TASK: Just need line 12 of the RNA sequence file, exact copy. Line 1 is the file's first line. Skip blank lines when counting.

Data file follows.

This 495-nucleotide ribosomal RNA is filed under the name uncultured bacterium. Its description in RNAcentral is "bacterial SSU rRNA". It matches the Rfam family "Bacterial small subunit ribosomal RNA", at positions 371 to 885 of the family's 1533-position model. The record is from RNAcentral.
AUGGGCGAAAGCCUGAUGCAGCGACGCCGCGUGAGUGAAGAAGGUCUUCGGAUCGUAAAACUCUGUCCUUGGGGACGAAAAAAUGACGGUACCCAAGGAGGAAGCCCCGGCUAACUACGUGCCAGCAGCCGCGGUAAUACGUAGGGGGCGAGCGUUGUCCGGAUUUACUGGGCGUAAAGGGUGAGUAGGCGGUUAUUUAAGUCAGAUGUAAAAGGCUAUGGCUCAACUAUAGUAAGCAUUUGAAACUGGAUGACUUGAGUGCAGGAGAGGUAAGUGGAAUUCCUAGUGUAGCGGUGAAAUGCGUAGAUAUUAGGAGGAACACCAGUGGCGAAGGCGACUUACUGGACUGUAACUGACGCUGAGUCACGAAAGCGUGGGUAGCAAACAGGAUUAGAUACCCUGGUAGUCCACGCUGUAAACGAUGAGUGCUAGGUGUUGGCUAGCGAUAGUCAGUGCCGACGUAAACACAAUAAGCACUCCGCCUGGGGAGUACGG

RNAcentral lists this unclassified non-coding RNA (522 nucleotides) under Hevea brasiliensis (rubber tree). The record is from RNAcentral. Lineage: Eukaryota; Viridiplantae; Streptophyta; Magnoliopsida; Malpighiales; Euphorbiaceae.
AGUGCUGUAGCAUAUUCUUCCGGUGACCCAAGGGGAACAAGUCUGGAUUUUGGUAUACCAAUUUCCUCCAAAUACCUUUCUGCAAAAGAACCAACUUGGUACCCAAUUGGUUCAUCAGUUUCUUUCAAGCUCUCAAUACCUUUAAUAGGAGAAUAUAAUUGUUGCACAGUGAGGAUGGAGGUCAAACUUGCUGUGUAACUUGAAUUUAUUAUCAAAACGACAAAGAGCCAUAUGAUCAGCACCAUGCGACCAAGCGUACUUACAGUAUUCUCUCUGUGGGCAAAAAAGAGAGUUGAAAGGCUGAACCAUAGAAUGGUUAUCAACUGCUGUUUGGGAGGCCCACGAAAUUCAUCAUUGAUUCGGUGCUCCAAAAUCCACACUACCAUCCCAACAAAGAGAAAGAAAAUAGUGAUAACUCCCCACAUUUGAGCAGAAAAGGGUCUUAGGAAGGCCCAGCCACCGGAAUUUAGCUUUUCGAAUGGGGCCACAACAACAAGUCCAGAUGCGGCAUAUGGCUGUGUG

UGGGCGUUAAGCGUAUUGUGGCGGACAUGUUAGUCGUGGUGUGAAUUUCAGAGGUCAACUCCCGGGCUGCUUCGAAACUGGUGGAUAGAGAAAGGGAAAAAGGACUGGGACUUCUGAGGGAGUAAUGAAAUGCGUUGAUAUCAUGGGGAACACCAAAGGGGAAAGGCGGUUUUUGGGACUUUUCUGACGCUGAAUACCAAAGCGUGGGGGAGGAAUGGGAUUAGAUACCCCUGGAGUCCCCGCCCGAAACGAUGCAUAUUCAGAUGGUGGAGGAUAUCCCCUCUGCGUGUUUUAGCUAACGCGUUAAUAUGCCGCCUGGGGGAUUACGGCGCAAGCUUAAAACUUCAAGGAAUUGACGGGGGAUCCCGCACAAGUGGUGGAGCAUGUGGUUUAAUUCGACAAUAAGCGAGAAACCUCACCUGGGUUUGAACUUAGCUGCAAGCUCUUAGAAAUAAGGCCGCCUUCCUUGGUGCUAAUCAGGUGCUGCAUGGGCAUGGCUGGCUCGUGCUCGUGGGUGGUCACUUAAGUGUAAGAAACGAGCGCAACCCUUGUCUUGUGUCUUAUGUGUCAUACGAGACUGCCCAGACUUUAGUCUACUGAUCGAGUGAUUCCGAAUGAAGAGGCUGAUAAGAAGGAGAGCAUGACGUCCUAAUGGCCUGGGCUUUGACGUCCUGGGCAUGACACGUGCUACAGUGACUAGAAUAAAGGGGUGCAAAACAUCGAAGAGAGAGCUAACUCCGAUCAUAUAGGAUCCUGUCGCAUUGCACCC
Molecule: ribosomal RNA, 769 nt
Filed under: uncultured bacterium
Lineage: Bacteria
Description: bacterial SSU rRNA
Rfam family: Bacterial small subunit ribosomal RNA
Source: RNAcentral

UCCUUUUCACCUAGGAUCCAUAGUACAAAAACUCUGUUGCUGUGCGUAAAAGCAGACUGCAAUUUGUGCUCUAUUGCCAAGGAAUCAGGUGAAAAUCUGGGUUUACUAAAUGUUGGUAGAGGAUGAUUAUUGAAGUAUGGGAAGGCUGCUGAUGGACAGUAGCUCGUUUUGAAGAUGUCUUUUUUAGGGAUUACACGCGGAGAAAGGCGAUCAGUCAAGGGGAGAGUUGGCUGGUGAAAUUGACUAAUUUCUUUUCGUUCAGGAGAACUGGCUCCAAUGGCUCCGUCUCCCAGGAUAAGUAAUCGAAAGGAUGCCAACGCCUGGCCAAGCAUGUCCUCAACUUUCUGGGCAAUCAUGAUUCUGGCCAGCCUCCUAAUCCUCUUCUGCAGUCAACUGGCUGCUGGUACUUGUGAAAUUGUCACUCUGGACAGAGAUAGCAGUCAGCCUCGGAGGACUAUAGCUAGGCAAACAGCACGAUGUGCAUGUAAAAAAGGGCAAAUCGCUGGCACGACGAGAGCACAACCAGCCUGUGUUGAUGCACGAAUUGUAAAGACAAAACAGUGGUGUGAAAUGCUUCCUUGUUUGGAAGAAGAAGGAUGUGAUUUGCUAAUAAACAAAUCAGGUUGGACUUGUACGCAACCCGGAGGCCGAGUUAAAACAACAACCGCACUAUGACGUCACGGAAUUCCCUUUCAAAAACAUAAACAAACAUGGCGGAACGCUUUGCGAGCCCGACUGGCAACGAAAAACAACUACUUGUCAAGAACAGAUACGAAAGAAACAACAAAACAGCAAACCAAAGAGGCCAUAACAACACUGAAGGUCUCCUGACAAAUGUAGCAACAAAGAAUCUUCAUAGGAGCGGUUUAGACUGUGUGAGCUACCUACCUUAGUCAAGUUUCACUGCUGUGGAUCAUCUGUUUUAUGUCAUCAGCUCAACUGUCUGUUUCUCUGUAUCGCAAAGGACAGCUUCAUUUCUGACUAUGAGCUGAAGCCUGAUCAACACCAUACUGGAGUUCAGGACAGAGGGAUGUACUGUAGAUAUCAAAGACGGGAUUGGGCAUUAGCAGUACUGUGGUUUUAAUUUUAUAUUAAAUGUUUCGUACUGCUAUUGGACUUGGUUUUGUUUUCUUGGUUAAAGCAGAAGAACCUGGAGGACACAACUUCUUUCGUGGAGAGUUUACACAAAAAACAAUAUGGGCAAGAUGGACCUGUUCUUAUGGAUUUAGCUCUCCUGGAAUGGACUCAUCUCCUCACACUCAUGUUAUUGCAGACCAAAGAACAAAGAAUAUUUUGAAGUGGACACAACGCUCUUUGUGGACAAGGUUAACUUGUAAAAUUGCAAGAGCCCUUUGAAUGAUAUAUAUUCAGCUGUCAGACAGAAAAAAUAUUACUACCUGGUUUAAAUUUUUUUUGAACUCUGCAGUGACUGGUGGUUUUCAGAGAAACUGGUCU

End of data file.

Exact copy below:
UCCUUUUCACCUAGGAUCCAUAGUACAAAAACUCUGUUGCUGUGCGUAAAAGCAGACUGCAAUUUGUGCUCUAUUGCCAAGGAAUCAGGUGAAAAUCUGGGUUUACUAAAUGUUGGUAGAGGAUGAUUAUUGAAGUAUGGGAAGGCUGCUGAUGGACAGUAGCUCGUUUUGAAGAUGUCUUUUUUAGGGAUUACACGCGGAGAAAGGCGAUCAGUCAAGGGGAGAGUUGGCUGGUGAAAUUGACUAAUUUCUUUUCGUUCAGGAGAACUGGCUCCAAUGGCUCCGUCUCCCAGGAUAAGUAAUCGAAAGGAUGCCAACGCCUGGCCAAGCAUGUCCUCAACUUUCUGGGCAAUCAUGAUUCUGGCCAGCCUCCUAAUCCUCUUCUGCAGUCAACUGGCUGCUGGUACUUGUGAAAUUGUCACUCUGGACAGAGAUAGCAGUCAGCCUCGGAGGACUAUAGCUAGGCAAACAGCACGAUGUGCAUGUAAAAAAGGGCAAAUCGCUGGCACGACGAGAGCACAACCAGCCUGUGUUGAUGCACGAAUUGUAAAGACAAAACAGUGGUGUGAAAUGCUUCCUUGUUUGGAAGAAGAAGGAUGUGAUUUGCUAAUAAACAAAUCAGGUUGGACUUGUACGCAACCCGGAGGCCGAGUUAAAACAACAACCGCACUAUGACGUCACGGAAUUCCCUUUCAAAAACAUAAACAAACAUGGCGGAACGCUUUGCGAGCCCGACUGGCAACGAAAAACAACUACUUGUCAAGAACAGAUACGAAAGAAACAACAAAACAGCAAACCAAAGAGGCCAUAACAACACUGAAGGUCUCCUGACAAAUGUAGCAACAAAGAAUCUUCAUAGGAGCGGUUUAGACUGUGUGAGCUACCUACCUUAGUCAAGUUUCACUGCUGUGGAUCAUCUGUUUUAUGUCAUCAGCUCAACUGUCUGUUUCUCUGUAUCGCAAAGGACAGCUUCAUUUCUGACUAUGAGCUGAAGCCUGAUCAACACCAUACUGGAGUUCAGGACAGAGGGAUGUACUGUAGAUAUCAAAGACGGGAUUGGGCAUUAGCAGUACUGUGGUUUUAAUUUUAUAUUAAAUGUUUCGUACUGCUAUUGGACUUGGUUUUGUUUUCUUGGUUAAAGCAGAAGAACCUGGAGGACACAACUUCUUUCGUGGAGAGUUUACACAAAAAACAAUAUGGGCAAGAUGGACCUGUUCUUAUGGAUUUAGCUCUCCUGGAAUGGACUCAUCUCCUCACACUCAUGUUAUUGCAGACCAAAGAACAAAGAAUAUUUUGAAGUGGACACAACGCUCUUUGUGGACAAGGUUAACUUGUAAAAUUGCAAGAGCCCUUUGAAUGAUAUAUAUUCAGCUGUCAGACAGAAAAAAUAUUACUACCUGGUUUAAAUUUUUUUUGAACUCUGCAGUGACUGGUGGUUUUCAGAGAAACUGGUCU